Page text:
Nick Clegg wants to hit government harder when it suffers data breaches
Government bodies that breach data protection laws will face "disciplinary action" from the information commissioner under Liberal Democrat plans announced today.
Party leader Nick Clegg has promised a hard-hitting Digital Rights Bill if his party forms a fresh coalition after the general election, to be introduced within the first six months.
The legislation would include beefed up powers for the information commissioner to fine the government for data breaches, or take stronger action.
Other key measures would include:
- prison sentences for companies conducting large scale data theft and illegally selling on personal data;
- legal rights to compensation for consumers when companies get people to sign up online to deliberately misleading or unreadable terms and conditions;
- a code of practice for online services, requiring them to correct information about members of the public where it is inaccurate or defamatory;
- giving government a legal responsibility to defend the free press, including the rights of journalists and citizen journalists to express their views freely online;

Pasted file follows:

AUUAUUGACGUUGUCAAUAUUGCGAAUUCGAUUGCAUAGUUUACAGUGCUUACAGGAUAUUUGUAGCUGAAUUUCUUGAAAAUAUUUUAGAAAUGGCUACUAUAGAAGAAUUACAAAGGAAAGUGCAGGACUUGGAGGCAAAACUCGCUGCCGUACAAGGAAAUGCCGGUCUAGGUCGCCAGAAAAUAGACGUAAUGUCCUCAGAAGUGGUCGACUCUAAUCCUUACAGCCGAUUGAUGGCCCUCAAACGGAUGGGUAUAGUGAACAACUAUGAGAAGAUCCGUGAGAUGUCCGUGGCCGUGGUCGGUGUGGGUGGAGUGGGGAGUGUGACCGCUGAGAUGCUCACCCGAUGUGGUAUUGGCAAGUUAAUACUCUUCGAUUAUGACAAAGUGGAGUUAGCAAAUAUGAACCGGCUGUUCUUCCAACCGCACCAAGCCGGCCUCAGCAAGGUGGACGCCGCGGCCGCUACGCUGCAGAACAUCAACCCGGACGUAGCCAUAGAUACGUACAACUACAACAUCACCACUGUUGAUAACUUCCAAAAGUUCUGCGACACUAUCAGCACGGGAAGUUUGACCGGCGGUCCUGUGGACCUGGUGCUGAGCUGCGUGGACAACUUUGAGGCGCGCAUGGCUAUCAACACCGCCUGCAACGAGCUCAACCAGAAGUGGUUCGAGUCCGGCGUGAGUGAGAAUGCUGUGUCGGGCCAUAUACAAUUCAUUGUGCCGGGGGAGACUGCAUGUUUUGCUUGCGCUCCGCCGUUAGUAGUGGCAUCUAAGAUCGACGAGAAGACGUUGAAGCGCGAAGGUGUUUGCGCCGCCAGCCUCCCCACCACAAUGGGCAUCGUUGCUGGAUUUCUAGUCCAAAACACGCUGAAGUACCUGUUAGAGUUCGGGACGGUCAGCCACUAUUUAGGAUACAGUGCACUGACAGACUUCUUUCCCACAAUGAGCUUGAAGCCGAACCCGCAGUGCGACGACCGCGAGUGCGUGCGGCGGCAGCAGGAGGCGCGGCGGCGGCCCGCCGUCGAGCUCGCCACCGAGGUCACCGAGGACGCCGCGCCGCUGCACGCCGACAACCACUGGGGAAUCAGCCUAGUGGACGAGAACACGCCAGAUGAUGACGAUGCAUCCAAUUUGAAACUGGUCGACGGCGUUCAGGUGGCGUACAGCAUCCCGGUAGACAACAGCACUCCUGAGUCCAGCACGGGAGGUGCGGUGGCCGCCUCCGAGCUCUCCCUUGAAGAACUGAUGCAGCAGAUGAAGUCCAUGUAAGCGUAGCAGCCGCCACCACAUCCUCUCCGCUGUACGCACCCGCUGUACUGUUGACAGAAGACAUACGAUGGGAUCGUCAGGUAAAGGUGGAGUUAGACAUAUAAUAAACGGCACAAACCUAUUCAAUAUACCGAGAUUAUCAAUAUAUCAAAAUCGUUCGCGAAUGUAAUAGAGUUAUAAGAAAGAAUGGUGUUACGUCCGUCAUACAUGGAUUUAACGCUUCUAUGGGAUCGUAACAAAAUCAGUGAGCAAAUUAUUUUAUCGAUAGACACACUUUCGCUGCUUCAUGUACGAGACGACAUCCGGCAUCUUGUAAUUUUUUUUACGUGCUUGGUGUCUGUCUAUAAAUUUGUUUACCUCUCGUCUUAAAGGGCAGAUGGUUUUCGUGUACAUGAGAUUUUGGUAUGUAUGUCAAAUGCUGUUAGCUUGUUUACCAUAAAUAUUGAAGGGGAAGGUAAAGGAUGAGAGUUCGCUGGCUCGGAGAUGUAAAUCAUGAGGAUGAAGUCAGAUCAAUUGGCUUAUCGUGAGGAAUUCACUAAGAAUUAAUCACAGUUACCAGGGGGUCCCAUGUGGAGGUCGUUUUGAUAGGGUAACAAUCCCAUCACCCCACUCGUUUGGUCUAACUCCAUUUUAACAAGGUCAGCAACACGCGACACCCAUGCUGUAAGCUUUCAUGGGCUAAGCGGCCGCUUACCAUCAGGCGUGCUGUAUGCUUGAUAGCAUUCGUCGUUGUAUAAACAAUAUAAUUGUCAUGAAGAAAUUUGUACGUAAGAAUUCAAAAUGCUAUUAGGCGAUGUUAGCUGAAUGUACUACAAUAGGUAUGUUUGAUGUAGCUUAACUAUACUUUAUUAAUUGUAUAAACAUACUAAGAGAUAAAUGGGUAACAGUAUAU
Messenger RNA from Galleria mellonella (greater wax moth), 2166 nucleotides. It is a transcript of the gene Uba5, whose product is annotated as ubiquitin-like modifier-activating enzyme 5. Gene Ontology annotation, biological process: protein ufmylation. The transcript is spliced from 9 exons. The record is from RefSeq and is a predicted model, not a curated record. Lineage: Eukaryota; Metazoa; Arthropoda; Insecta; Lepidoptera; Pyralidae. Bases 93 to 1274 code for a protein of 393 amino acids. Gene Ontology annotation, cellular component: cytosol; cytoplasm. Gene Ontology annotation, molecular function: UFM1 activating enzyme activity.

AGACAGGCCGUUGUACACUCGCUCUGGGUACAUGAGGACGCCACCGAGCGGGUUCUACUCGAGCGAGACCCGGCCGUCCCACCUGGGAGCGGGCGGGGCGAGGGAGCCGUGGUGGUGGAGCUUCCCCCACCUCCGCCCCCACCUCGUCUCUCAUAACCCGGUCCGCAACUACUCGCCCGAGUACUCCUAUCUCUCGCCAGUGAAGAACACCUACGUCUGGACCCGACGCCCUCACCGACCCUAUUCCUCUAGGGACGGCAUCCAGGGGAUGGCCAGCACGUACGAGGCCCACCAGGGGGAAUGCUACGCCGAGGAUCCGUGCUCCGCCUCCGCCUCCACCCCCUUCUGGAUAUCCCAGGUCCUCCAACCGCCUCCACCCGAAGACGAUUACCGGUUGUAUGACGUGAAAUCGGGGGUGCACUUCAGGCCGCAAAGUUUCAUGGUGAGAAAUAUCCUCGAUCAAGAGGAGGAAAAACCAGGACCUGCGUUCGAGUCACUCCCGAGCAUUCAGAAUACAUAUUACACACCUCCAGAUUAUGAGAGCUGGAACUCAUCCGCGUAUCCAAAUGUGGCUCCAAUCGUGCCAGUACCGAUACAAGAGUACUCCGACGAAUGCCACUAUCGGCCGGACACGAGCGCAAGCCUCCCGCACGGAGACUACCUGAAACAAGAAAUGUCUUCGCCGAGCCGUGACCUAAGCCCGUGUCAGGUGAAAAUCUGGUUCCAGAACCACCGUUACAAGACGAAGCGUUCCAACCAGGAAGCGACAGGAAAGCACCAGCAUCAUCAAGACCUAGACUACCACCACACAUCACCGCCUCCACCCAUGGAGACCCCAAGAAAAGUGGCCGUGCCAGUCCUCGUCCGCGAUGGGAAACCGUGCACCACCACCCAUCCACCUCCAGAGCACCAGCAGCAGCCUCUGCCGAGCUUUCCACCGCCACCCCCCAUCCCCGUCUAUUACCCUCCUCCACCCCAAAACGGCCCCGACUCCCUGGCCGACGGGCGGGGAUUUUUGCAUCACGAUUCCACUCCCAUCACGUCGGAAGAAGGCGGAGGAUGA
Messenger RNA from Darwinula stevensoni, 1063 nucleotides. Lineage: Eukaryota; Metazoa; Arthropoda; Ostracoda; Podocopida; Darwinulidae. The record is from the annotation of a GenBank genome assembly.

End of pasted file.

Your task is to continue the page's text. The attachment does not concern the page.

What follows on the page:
- preventing the government from watering down cyber security and encryption measures relied on by British businesses;
- making government data "accessible to the public to use and share", to allow people to benefit from new products and services.
Clegg said: "The way in which we work, socialise, buy products and use services has changed at lightning speed since the digital revolution. However, government and politicians have responded at snail's pace, with a poor understanding of new technology and the impact it is having on our lives.
"Our Digital Bill of Rights will finally enshrine into law our rights as citizens of this country to privacy, to stop information about our lives being misused, and to protect our right to freedom of speech."
Clegg has launched a public consultation on the proposed bill, accusing both Labour and the Conservatives of blocking prison sentences for large scale theft of personal data.
Julian Huppert, the party's digital rights spokesman, will host a Twitter debate on the bill on Monday (13th) from 1.00-1.30pm, with the hashtag #digitalrights.
It follows headline grabbing reports that private companies have been selling the details of people's pension pots, in breach of data protection laws.
Image: Nick Clegg, from Harry Hitchens, Creative Commons 1.0 through Wikimedia.